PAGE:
The ultimate belief in the innate nobility of the soul is rather ironic in Socrates, since his fame rests in large part on skepticism, and a feigned humility, which allowed him to avoid declaring what his own ultimate position on a given matter might be, while challenging the thoughts of others. “Were I to make any claim to be wiser than others, it would be because I do not think that I have any sufficient knowledge of the other world, when in fact I have none.”
If Socrates pretended to be but a “midwife”, in the realm of ideas, helping others to deliver themselves of their conceptions, his students discerned the implications of his thinking or there would be no need to study his influence so many centuries later. Therefore, it is not improper to raise several specific questions of concern with an appropriate response.
First Question. “Was Socrates correct to teach that every person has full knowledge of ultimate truth contained within the soul, and needs only to be spurred to conscious reflection in order to become aware of it?”
First Response. To this religious inquiry, under the theology branch of Anthropology, I would respond with a qualified answer in the affirmative. I would agree that full knowledge of ultimate truth does reside within the soul, but I would argue that this ultimate truth is God, of whom knowledge is being consciously suppressed. Why? “Because that, when they [humanity] knew God, they glorified him not as God, neither were thankful; but became vain in their imaginations, and their foolish heart was darkened” (Romans 1:23).
Every law demands a Law Giver. The Ultimate Law Giver is God, not an abstract ethical principle. As everything cannot come from nothing, neither can the concept of virtue arise independent of God. No creature has ever given himself physical or spiritual life. To postulate an ethical philosophy apart from a sovereign God is non-sensible.
Second Question. “Was Socrates correct to teach that morality is found in the individual conscience, rather in social good or the unchanging decrees of heaven?”
Second Response. To this inquiry I would answer, “No”, because the presuppositional thought is that nothing has ever happened to damage the will, intellect, or emotions of humanity. I believe that something terrible has damaged the soul so that individuals do not always think correctly, choose correctly, or respond in the emotions correctly. The trial and murder of Socrates confirms this observation for injustice, and murder it was. Socrates was not put on trial and then brought to a chamber of death because men did not know in their hearts they were unrighteousness in their thinking, or decision, or emotions. It was nothing more than the will to power. Men killed Socrates because they could. They cared nothing about the ethical aspects of the matter. Knowledge is not enough.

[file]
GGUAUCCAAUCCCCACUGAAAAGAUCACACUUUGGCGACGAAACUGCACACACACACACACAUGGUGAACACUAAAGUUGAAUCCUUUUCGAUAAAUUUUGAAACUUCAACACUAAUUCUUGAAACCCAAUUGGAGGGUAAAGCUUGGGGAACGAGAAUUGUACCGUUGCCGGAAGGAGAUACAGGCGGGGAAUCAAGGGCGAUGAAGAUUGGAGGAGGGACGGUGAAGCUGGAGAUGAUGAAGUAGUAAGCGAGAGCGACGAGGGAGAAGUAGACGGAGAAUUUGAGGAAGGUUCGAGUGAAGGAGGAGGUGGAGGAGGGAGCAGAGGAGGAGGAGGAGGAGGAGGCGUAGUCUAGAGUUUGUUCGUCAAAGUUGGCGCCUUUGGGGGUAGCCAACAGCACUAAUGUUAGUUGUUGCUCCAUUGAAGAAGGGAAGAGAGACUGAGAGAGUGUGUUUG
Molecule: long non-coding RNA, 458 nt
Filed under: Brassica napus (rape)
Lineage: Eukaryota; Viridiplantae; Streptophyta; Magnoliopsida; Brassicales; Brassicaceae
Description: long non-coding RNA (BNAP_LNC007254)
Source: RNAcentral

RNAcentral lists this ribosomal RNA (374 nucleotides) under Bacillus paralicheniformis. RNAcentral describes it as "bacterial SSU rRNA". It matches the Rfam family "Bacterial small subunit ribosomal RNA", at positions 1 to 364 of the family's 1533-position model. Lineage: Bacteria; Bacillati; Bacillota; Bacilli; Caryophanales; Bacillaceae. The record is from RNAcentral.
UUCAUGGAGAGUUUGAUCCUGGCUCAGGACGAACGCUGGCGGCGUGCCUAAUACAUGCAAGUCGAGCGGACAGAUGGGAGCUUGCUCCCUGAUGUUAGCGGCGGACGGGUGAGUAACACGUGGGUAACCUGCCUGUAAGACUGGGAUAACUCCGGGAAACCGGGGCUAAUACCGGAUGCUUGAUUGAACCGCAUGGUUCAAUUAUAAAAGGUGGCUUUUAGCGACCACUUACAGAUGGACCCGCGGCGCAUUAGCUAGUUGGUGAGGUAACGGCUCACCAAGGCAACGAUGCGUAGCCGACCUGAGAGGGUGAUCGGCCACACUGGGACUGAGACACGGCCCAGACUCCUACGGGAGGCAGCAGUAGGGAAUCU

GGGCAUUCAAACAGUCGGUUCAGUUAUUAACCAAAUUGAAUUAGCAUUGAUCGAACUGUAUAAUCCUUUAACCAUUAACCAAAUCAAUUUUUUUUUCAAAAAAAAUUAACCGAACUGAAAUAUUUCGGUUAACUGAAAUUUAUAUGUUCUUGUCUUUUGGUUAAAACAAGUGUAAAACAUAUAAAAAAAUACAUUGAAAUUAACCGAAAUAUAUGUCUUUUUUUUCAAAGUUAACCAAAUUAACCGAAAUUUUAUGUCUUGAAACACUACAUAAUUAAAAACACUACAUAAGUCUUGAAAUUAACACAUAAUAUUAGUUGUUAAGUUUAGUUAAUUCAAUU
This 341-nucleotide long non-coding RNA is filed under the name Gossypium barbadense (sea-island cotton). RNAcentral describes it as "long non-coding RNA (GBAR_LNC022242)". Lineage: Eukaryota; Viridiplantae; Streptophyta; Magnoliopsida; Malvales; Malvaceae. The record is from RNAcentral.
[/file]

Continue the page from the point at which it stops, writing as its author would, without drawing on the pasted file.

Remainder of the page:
Third Question. “Was Socrates correct when he taught that all vice was the result of ignorance, and that no person is willingly bad; correspondingly, is virtue knowledge, and will those who know the right act rightly?”
Third Response. To this inquiry I would say, “No”, not all vice is the result of ignorance. The Islamic terrorist who cut off the head of Nicholas Berg on May 13, 2004, knew they were willingly engaged in raw evil, or they would not have hidden behind a mask. Men who rape women do so, not out of ignorance, but out of the will to power, and a pleasure principle. There is an experimental knowledge of evil, which is not virtuous.
According to the Judeo-Christian religious belief, the first recorded lie to a man and woman was that if they ate of a forbidden fruit they would have knowledge of good and evil. The implication was that this knowledge would be virtuous. Socrates perpetuates the original lie by not understanding some experimental knowledge is not virtuous. Confirmation for this truth can be found by asking any drug addict, sex addict, or alcoholic if they are more virtuous with their experiential knowledge of raw evil.
Stripped of his personable demeanor, which charmed so many in his day, Socrates was nothing more than a self-centered secular humanist who, like others before him, postulated a nobility of man that does not exist, apart from regeneration by the Holy Spirit, while failing to take into consideration that something terrible happened to the nous, or mind, of man so that he does not, by nature, want to know ultimate truth, nor does he want to be virtuous if that virtue condemns his attitude and actions, or blocks his will to power, and pleasure principle. Vice is not always the result of ignorance but the will to power based on a pleasure principle.
Finally, much knowledge is not of necessity virtuous. The apostle Paul said, “knowledge puffeth up” (1 Cor. 8:1). Socrates is a philosopher to be pitied, not praised.